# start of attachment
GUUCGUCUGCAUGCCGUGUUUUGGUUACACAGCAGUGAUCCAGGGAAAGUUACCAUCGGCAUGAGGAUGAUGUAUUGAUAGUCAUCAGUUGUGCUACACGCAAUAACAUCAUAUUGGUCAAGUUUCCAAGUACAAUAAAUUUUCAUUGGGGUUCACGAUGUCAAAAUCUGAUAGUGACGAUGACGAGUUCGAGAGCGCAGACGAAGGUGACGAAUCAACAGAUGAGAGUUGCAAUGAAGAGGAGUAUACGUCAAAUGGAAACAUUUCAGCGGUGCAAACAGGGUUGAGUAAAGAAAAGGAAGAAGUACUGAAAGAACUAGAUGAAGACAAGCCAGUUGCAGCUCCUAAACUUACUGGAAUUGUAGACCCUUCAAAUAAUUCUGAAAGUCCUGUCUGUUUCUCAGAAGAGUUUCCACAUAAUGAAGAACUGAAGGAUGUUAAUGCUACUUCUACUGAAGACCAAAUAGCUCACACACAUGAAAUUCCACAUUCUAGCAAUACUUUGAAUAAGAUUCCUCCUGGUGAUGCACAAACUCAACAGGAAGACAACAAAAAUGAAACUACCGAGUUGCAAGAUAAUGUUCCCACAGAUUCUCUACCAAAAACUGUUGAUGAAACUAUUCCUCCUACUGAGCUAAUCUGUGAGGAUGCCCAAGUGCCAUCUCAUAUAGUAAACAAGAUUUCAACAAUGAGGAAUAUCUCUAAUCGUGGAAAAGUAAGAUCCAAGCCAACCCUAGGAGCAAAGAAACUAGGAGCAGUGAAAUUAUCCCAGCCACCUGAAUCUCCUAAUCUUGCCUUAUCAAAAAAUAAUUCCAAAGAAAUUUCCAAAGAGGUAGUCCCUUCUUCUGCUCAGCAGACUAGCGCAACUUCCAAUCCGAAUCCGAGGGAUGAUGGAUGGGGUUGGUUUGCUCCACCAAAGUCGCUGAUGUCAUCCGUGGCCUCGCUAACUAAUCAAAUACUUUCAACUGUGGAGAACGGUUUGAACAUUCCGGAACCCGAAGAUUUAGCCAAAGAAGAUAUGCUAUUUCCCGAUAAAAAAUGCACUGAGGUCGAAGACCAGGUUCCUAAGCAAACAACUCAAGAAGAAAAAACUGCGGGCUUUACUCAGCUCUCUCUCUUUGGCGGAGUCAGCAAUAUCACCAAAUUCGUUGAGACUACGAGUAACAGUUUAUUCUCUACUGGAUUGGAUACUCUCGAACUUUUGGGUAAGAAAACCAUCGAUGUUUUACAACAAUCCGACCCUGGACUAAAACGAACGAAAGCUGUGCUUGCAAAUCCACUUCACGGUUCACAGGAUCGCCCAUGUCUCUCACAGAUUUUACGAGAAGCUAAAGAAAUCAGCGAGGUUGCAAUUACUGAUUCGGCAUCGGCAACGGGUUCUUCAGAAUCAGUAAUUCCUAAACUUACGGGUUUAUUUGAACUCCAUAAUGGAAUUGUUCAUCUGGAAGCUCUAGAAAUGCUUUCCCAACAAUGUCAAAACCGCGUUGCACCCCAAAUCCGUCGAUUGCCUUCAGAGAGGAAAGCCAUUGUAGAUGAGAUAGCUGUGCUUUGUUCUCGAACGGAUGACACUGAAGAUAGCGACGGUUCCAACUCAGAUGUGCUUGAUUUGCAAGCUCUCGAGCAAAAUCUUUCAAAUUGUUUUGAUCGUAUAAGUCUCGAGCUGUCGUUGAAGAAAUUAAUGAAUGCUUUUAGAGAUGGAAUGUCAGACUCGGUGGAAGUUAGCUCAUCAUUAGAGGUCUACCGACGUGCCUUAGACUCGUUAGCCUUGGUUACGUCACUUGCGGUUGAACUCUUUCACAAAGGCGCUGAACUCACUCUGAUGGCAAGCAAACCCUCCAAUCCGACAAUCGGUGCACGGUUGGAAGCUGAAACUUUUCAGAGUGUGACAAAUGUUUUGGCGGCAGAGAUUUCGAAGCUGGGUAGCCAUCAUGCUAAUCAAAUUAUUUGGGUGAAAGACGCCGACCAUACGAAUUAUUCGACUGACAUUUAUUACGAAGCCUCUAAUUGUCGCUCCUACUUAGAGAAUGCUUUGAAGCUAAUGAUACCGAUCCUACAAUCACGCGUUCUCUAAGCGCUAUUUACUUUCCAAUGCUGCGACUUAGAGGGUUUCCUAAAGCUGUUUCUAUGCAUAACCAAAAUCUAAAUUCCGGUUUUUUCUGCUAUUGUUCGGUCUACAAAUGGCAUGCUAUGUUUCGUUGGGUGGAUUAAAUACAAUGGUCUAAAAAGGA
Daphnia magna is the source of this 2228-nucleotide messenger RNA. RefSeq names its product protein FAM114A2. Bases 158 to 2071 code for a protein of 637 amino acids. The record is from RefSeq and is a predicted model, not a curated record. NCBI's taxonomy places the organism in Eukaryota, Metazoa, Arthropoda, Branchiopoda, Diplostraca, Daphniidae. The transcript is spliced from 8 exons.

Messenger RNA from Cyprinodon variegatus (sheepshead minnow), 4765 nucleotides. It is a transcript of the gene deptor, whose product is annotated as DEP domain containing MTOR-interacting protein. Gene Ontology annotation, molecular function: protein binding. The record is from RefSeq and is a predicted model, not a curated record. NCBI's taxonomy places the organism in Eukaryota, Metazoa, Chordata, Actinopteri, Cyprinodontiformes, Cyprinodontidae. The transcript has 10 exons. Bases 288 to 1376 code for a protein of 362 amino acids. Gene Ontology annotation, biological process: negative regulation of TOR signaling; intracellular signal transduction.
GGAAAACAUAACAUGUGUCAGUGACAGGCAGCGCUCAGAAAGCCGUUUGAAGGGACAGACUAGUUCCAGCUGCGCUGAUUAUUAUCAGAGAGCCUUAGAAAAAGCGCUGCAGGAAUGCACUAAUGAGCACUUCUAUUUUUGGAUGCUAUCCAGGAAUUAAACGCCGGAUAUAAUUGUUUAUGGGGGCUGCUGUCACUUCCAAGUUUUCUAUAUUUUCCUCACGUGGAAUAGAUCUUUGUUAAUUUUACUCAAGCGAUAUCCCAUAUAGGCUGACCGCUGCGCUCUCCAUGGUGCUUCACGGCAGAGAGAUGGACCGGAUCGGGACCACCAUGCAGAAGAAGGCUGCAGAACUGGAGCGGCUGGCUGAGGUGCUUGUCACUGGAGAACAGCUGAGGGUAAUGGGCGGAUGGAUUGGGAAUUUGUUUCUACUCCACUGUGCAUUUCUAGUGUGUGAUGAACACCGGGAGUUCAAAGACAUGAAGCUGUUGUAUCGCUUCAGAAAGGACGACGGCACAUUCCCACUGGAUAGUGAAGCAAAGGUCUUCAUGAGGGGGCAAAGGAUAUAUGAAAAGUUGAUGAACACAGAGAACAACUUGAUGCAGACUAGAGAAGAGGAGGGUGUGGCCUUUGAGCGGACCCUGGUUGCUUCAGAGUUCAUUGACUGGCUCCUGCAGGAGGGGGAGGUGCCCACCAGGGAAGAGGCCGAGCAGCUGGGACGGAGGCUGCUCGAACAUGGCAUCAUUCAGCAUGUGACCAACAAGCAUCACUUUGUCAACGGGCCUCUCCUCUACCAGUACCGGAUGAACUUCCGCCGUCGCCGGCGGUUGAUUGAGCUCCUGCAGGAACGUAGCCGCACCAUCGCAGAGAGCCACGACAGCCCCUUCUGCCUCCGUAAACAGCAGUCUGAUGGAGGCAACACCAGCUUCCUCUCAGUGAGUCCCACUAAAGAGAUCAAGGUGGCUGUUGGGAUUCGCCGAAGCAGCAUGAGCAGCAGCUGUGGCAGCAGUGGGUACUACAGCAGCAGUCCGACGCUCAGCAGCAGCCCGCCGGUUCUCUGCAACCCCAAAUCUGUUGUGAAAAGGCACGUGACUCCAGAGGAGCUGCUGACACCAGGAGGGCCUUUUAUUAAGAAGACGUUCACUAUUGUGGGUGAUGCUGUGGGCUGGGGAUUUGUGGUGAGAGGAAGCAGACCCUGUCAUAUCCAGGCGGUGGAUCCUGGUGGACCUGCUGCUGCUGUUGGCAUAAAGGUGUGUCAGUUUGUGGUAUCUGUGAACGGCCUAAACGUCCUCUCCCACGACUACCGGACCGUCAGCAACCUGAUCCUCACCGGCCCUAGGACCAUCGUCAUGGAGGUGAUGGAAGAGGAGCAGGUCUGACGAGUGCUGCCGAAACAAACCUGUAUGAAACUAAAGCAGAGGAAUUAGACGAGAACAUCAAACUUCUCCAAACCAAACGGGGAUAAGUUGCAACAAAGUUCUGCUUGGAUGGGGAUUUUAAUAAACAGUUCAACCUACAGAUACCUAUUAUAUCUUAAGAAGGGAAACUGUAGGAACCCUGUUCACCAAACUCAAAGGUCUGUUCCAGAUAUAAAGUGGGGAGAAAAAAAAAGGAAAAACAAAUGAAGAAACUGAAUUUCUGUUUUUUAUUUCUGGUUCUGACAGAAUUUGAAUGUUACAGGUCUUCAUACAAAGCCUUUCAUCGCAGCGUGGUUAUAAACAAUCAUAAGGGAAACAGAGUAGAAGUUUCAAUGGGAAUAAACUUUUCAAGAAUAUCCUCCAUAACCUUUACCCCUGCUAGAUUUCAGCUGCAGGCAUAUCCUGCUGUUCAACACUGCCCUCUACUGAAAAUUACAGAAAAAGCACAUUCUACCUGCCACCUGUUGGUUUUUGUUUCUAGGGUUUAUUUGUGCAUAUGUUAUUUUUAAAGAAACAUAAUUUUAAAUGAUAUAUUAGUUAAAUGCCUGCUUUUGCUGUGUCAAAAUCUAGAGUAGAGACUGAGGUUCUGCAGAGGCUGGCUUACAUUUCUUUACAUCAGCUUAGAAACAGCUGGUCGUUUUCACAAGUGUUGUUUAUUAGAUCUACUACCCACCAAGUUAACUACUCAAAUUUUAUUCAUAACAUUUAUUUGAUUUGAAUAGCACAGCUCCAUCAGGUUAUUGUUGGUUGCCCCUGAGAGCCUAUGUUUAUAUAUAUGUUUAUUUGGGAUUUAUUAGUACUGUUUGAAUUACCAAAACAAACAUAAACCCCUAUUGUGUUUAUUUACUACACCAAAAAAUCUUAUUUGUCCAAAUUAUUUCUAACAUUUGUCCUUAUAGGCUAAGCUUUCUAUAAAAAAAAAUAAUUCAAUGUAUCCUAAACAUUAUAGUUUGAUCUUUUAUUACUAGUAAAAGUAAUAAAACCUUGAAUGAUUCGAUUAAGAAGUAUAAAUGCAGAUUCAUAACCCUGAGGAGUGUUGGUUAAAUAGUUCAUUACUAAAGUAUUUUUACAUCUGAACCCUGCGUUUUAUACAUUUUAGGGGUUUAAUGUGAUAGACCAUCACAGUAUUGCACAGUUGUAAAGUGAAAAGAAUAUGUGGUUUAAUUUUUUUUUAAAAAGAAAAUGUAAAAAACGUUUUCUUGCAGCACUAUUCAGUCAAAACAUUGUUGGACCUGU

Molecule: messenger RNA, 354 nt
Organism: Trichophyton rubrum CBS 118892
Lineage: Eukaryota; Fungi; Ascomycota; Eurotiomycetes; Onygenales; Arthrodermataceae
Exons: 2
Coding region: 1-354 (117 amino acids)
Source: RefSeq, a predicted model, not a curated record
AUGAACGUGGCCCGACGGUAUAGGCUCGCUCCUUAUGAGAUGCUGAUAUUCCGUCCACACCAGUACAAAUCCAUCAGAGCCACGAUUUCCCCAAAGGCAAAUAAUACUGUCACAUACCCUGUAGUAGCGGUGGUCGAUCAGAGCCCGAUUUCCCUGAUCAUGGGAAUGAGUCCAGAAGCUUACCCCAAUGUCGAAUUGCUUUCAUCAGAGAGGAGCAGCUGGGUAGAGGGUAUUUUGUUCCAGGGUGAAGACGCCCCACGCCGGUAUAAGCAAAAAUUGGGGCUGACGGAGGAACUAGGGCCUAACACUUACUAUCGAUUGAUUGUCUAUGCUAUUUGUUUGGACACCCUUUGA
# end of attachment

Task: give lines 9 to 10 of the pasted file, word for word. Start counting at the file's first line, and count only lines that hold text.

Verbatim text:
Coding region: 1-354 (117 amino acids)
Source: RefSeq, a predicted model, not a curated record